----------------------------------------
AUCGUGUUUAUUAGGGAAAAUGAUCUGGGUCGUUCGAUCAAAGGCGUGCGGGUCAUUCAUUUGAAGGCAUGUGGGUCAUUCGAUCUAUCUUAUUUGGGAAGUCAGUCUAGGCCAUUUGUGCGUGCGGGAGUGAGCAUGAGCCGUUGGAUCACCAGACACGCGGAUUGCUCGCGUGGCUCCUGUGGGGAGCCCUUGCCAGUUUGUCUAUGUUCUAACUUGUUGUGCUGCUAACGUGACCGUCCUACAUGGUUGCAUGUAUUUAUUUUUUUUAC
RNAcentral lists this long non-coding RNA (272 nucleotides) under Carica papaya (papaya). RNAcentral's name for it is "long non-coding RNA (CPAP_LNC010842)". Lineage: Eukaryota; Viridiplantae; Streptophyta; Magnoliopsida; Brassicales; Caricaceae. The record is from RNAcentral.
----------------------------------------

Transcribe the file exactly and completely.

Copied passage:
AUCGUGUUUAUUAGGGAAAAUGAUCUGGGUCGUUCGAUCAAAGGCGUGCGGGUCAUUCAUUUGAAGGCAUGUGGGUCAUUCGAUCUAUCUUAUUUGGGAAGUCAGUCUAGGCCAUUUGUGCGUGCGGGAGUGAGCAUGAGCCGUUGGAUCACCAGACACGCGGAUUGCUCGCGUGGCUCCUGUGGGGAGCCCUUGCCAGUUUGUCUAUGUUCUAACUUGUUGUGCUGCUAACGUGACCGUCCUACAUGGUUGCAUGUAUUUAUUUUUUUUAC
RNAcentral lists this long non-coding RNA (272 nucleotides) under Carica papaya (papaya). RNAcentral's name for it is "long non-coding RNA (CPAP_LNC010842)". Lineage: Eukaryota; Viridiplantae; Streptophyta; Magnoliopsida; Brassicales; Caricaceae. The record is from RNAcentral.